Ashton Agar Opens Up about his Decision to Withdraw from India Test Tour and One-Day World Cup: A Deeper Insight into His Move

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Ashton Agar Clears Up Mystery Surrounding Shock Departure from Test Tour

Published on July 25, 2023


Ashton Agar has cleared up the mystery surrounding his shock departure from the Indian Test tour earlier this year, declaring: “I did not unselect myself.”

Whispers and Speculation

So bizarre were the circumstances surrounding Agar going from incumbent second spinner at the SCG to flying home from India after two Tests, whispers began to circulate that he had voluntarily gone to selectors to express concerns about his form and confidence leading into the first Test.

It was difficult to comprehend how else selectors could justify a stunning mid-tour decision to parachute in Matthew Kuhnemann from Brisbane to replace the fully fit left-armer already in the squad, without it being, as Test great Adam Gilchrist described, a “pretty big insult” to Agar.

“His red-ball game is not quite where he wants it to be,” Australian selector Tony Dodemaide said at the time, adding to the intrigue.

Comeback in ODI

Agar has now re-emerged a key pillar in Australia‘s quest for World Cup glory, after making a clutch matchwinning 48 not out in the first ODI against South Africa on Friday morning, coming to the crease at No. 9 with his side in peril at 7-113 chasing 222 for victory.

But as Agar prepares to return to India for next month’s World Cup, the spin star has set the record straight on what really happened: praising the transparency and communication of selectors while at the same time making it emphatically clear he was desperate to play in India and believes he could have done the job for his country.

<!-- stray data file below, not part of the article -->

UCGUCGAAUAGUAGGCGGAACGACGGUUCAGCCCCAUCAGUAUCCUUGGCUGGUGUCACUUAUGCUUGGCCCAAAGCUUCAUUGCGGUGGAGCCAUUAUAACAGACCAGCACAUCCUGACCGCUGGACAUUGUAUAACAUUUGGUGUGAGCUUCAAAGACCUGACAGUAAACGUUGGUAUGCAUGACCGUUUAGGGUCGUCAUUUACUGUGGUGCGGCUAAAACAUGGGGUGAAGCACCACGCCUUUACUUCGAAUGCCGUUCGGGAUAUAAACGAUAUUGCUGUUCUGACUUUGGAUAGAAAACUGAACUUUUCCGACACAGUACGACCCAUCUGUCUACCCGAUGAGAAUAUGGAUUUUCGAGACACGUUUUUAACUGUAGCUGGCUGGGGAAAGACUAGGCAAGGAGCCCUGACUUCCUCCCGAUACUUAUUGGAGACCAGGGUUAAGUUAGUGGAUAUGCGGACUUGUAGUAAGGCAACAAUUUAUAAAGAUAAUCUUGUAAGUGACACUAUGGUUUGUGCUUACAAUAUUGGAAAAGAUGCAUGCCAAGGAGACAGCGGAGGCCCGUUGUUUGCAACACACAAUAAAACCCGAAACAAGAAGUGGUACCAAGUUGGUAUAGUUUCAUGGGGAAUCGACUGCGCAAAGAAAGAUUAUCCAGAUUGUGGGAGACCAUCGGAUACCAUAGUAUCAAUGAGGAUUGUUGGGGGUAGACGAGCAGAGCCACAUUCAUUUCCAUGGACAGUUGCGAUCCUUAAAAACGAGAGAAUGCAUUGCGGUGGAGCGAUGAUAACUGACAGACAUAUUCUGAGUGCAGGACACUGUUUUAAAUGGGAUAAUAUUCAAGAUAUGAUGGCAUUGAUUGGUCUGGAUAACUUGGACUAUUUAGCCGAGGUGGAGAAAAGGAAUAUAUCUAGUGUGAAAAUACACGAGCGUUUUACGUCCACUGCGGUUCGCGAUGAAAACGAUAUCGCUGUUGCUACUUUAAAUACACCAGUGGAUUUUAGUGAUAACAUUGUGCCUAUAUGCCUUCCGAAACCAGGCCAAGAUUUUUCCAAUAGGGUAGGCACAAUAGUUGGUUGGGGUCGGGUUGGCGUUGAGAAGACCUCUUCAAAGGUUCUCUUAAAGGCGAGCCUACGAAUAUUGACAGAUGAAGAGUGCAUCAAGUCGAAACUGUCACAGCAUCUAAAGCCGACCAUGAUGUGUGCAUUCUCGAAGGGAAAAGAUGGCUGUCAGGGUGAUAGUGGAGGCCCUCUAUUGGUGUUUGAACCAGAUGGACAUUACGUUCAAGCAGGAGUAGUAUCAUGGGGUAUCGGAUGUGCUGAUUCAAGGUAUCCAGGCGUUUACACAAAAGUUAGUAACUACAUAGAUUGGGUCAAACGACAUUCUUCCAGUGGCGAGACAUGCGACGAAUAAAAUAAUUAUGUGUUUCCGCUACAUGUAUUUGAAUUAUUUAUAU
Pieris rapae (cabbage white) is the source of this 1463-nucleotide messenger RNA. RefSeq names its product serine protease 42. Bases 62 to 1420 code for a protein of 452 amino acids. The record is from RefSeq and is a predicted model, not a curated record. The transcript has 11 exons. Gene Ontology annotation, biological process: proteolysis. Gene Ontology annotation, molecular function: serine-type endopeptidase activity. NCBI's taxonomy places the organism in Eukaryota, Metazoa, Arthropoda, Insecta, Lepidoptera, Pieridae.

Honest Communication

“I wasn’t bowling horribly (in the nets), in fact I was bowling OK, but I think they expected it to be more, or better than it was. And that was the communication and the feedback was, it’s probably not where it needs to be,” Agar told this masthead.

“Obviously I would always say I’ll compete as hard as I can no matter what. But I also wasn’t going to sit there and say, ‘nah, it’s going great,’ when it’s not. I said, ‘yeah, it’s not ideal but I’m trying as hard as I can and I’ll give all I can in a game.

“I said, ‘I do not want to not select myself (by being honest).’ I was very clear about that and they were very clear about that as well. They were like, ‘you’re not unselecting yourself.’ I said, ‘is this you telling me I’m not (playing),’ and they were like, ‘yep.’

“The conversation was really good. It was really open with Andrew McDonald and Tony Dodemaide. It was like, ‘we don’t think it (your bowling) is where it needs to be. We’re going to shift from what it was going to be the first Test, see how it goes and go from there.

“I definitely didn’t go to them. That certainly wasn’t the case. The conversation was not initiated by me.